New Belgium La Folie: New World Rodenbach?

Sometimes I approach reviews with trepidation--generally when I'm less familiar with a style than I should be. In the case of La Folie, I am quite familiar with the style--it's perhaps my very favorite, the red beers of Belgium (called variously "Flemish" or "Flanders" or sometimes just "Belgian" reds). The classic beer of the style is Rodenbach, but in Portland, you may be more familiar with Verhaeghe's magnificent Duchesse de Bourgogne or perhaps Roots' or Cascade's Mouton Rouge. But the classic--by a country mile--is Rodenbach. The only other analogue for a beer being so singularly associated with a style is Guinness.

So why would I worry about reviewing La Folie, New Belgium's version of a Flemish red? Because it was brewed by Peter Bouckaert, the man who, until he left Belgium in 1998, used to be the brewmaster at ... Rodenbach. If I weren't a halfwit, I'd call it a new-world classic, a Pierre Celis-like recreation, a sublime beer that all you Rodenbach fiends should go suck down (it was until recently--and may still be--at the Green Dragon). But, as my sticke gaffe ably shows, I am a halfwit. Or better yet, a blogger stricken with "the madness." (Another translation of "folie" is folly, so prepare your barbs.)

La Folie is not Rodenbach. It's just not. Rodenbach has three main beers, and La Folie takes after Grand Cru. It is dry and unsweetened and just about the same strength as the original. It has that same color Rodenbach has, not exactly red but not exactly brown, either. The aroma is sharply sour, and the palate is, too. In fact, this is the problem; it's too sour. Most of the character of the beer derives from this single note, and the lack of complexity was where it fell down for me.

Rodenbach, which is the sourest of the Flemish Reds I've tried, is not solely sour. It has a rich complexity that includes sweet fruit notes, dry tannins, and a very severe, tart-dry finish. Both beers are way beyond the pale for most Americans, even those who like a nice weisse or even a sweetish fruit lambic. But for those who delight in the funk, like cheeseheads and their limburger, Rodenbach is wonderfully complex. Compared to it, New Belgium is atonal. (To really go out on a limb, I'll add that I find New Belgium's beer more acetic and less lactic than Rodenbach, and I think this is the issue. Perhaps all the qualities are there somewhere, but they were, at least in the pint I tried, overwhelmed by the sharp acetic souring. As a result, I give it a 4.5 on the Sour-o-meter.)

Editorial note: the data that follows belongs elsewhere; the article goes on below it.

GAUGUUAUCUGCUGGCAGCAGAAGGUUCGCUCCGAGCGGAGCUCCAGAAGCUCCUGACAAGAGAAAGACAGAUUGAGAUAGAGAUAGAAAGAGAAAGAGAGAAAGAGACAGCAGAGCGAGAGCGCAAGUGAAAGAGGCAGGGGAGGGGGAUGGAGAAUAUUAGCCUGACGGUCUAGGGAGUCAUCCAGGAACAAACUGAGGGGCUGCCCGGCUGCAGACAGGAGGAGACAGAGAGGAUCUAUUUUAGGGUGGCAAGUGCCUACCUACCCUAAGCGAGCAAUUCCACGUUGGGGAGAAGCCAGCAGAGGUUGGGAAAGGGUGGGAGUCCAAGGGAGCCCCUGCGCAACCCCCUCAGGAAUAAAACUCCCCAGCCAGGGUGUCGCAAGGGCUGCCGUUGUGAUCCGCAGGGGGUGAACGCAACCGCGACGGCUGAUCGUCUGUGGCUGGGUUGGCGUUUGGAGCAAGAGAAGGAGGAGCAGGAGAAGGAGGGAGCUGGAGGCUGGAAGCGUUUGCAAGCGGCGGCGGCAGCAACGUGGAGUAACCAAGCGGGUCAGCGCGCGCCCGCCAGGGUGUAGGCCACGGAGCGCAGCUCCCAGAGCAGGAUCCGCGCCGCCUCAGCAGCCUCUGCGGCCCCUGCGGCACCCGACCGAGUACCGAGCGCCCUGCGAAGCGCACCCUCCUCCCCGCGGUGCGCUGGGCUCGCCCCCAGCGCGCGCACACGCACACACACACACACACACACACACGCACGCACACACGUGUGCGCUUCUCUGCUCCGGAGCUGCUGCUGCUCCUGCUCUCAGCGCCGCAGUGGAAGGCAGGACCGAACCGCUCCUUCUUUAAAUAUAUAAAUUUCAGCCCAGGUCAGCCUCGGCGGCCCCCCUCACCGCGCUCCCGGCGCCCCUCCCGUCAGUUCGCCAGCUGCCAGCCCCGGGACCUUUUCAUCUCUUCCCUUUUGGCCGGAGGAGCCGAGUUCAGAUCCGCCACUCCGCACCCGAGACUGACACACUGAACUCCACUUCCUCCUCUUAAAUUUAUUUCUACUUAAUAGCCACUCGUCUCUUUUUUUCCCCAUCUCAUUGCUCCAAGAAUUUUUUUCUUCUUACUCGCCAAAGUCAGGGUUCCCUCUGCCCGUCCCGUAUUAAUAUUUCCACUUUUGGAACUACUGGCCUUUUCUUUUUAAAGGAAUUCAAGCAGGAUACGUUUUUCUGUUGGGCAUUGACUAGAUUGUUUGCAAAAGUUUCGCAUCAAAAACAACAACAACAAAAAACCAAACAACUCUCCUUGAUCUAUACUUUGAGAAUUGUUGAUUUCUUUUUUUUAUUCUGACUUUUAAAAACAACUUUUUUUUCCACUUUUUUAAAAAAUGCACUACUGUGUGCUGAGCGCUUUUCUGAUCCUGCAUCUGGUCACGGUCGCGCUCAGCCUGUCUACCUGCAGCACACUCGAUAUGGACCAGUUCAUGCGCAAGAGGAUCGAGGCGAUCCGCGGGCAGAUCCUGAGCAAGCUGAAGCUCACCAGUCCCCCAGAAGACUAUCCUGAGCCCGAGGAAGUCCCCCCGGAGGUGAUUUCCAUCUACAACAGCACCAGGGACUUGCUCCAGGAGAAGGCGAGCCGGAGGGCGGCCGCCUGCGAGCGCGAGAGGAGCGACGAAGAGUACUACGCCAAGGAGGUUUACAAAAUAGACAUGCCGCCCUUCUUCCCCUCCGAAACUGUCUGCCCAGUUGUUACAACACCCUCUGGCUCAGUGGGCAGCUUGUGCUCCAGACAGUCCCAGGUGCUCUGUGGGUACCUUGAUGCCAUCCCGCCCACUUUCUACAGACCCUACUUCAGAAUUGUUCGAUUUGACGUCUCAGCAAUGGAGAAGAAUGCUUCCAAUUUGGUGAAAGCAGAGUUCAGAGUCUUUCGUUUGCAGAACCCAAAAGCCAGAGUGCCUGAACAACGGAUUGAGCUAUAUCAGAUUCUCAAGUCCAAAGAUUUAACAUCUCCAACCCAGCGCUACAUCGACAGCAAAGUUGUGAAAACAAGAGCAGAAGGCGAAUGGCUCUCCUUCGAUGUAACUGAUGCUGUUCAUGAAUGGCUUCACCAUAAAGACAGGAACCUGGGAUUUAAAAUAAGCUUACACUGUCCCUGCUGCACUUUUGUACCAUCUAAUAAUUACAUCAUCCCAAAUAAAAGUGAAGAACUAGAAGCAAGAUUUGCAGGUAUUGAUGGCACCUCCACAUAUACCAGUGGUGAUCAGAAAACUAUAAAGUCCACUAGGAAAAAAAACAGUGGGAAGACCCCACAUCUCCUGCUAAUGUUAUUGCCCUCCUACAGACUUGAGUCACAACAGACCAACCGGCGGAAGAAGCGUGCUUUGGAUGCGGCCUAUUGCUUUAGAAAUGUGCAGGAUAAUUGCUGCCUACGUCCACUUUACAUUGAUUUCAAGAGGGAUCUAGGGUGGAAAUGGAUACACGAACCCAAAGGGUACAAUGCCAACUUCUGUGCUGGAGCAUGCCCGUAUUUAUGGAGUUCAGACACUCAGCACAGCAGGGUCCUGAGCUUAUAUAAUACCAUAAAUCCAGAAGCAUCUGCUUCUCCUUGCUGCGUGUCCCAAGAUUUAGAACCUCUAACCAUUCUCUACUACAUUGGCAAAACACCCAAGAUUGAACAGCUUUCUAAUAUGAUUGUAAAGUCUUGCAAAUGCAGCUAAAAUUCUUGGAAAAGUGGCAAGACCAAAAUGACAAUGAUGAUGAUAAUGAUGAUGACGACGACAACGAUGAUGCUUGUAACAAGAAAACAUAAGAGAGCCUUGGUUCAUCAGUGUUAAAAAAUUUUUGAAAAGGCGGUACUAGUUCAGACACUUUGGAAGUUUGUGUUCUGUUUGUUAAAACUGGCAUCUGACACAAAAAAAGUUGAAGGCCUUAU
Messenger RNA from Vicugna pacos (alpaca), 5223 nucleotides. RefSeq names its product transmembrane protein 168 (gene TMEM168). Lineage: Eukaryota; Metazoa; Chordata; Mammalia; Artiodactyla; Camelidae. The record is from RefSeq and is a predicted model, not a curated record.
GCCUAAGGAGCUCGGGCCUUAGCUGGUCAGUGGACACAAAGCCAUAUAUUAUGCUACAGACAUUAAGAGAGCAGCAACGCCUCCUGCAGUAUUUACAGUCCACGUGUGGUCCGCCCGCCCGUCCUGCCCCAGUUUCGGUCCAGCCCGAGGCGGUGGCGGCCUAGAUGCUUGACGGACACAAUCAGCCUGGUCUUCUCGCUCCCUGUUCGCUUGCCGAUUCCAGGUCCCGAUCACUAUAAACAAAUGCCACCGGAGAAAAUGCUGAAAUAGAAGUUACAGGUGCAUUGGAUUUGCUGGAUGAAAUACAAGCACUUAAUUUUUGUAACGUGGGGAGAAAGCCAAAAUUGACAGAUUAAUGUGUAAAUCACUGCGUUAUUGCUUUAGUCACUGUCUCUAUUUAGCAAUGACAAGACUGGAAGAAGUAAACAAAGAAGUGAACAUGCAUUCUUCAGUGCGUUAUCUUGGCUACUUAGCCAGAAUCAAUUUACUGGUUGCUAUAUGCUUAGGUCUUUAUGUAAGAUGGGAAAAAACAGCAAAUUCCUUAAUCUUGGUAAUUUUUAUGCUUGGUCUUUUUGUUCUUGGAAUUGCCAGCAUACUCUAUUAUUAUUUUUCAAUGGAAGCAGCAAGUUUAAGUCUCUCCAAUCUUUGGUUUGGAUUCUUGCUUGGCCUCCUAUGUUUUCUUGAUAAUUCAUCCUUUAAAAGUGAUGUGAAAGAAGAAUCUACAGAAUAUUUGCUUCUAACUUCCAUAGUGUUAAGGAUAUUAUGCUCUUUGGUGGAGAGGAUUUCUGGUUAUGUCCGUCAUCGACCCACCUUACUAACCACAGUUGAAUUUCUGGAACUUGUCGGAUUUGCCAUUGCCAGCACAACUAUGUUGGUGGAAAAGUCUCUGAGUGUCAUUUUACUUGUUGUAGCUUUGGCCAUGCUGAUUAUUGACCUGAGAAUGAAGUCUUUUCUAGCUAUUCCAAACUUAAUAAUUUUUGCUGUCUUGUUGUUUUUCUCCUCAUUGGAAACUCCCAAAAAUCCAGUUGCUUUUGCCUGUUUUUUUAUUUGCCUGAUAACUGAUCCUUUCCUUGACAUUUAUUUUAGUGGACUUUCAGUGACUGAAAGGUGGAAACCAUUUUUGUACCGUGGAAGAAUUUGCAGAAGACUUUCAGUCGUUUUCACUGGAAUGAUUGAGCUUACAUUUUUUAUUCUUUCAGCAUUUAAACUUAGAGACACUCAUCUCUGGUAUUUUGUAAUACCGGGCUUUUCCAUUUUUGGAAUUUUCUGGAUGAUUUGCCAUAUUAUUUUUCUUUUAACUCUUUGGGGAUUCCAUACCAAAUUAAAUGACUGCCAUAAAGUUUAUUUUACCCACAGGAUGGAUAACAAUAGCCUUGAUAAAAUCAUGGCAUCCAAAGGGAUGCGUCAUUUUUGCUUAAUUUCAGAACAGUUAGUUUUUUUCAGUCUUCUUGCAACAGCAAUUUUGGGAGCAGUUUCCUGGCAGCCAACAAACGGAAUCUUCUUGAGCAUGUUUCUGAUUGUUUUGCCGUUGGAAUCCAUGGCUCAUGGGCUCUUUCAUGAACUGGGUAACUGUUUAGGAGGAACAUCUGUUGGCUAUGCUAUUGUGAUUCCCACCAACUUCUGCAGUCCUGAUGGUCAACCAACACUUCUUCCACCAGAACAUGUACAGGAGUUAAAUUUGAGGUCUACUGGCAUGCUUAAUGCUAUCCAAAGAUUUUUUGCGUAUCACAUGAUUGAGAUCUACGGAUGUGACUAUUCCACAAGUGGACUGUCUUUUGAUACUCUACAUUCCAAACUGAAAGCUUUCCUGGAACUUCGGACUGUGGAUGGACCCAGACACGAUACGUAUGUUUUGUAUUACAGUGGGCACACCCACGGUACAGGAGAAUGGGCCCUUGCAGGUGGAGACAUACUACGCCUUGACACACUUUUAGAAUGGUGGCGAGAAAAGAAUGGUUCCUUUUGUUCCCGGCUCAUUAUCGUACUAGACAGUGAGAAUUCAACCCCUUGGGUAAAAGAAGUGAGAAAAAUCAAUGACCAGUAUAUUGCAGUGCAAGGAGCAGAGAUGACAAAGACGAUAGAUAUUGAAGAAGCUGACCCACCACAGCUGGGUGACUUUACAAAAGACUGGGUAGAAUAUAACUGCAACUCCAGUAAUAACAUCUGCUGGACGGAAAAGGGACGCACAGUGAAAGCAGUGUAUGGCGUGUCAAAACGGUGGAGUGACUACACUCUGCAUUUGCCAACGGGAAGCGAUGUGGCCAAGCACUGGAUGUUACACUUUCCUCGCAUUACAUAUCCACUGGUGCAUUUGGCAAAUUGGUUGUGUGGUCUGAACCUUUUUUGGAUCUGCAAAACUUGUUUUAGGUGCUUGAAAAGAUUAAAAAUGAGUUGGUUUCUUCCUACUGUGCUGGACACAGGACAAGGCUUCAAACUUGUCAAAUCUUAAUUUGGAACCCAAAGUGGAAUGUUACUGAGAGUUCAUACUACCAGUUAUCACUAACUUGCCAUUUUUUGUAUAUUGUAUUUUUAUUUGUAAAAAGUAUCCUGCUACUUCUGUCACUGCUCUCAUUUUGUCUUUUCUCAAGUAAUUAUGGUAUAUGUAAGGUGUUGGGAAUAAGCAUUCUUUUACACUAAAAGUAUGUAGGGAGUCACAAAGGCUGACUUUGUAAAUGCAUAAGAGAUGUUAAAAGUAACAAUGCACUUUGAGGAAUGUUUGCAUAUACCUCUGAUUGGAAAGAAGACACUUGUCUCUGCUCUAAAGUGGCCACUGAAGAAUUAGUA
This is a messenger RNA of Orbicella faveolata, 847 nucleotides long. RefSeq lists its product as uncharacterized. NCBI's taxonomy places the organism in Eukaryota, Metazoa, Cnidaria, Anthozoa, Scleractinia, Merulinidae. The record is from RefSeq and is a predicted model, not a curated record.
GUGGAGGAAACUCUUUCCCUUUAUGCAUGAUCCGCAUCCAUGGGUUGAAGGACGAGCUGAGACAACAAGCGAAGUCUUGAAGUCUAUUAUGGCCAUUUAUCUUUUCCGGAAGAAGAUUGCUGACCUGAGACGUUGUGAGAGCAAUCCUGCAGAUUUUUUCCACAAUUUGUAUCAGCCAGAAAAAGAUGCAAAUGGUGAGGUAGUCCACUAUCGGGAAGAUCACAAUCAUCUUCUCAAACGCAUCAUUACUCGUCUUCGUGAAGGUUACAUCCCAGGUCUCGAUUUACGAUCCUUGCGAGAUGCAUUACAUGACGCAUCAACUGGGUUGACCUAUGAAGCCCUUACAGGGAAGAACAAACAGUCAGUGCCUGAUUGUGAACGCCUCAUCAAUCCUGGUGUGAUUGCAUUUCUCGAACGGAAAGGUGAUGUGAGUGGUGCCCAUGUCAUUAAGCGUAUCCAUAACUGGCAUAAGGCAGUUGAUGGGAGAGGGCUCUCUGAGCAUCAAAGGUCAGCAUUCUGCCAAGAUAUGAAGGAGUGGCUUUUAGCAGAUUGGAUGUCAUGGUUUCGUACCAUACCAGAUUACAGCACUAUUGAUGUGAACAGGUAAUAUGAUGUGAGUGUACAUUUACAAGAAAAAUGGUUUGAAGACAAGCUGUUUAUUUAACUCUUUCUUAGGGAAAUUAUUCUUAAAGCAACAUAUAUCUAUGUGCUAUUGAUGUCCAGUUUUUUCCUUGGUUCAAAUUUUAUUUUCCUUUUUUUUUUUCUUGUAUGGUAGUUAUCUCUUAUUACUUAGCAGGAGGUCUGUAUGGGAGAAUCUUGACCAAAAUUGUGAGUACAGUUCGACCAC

Obviously Bouckaert knows how to brew a Flemish red. How then does his fall shy of Rodenbach's? I won't guess except to add this observation. A key feature of the Rodenbach method involves its famous wooden tuns. These ancient vessels (the oldest is 150 years) are alive with wild buggies. It is they that define Rodenbach, a beer that starts out rather mundanely, with regular saccharomyces cerevisiae (ale) yeast. It picks up the funk from the barrels, some of which date back to the period, in the 19th century, when Rodenbach was spontaneously fermented. Those wild yeasts came from a different Belgium--a pre-industrial country far richer in fruit trees (on which reside brettanomyces) and far lower in industrial gunk.

Bouckaert has no access to 150-year-old barrels. He has to try to mimic the character of Rodenbach by other means. Of all the New Belgium beers I've tried, La Folie is the one that most impresses me--it's not a slightly safer version of the original, as are so many of New Belgium's Flemish re-interpretations. Bouckaert has gone for it. It is well-appreciated by beer geeks, who appreciate the effort. But to me, La Folie is too sharp and too young--by maybe a hundred years.

Have you tried La Folie? Your thoughts?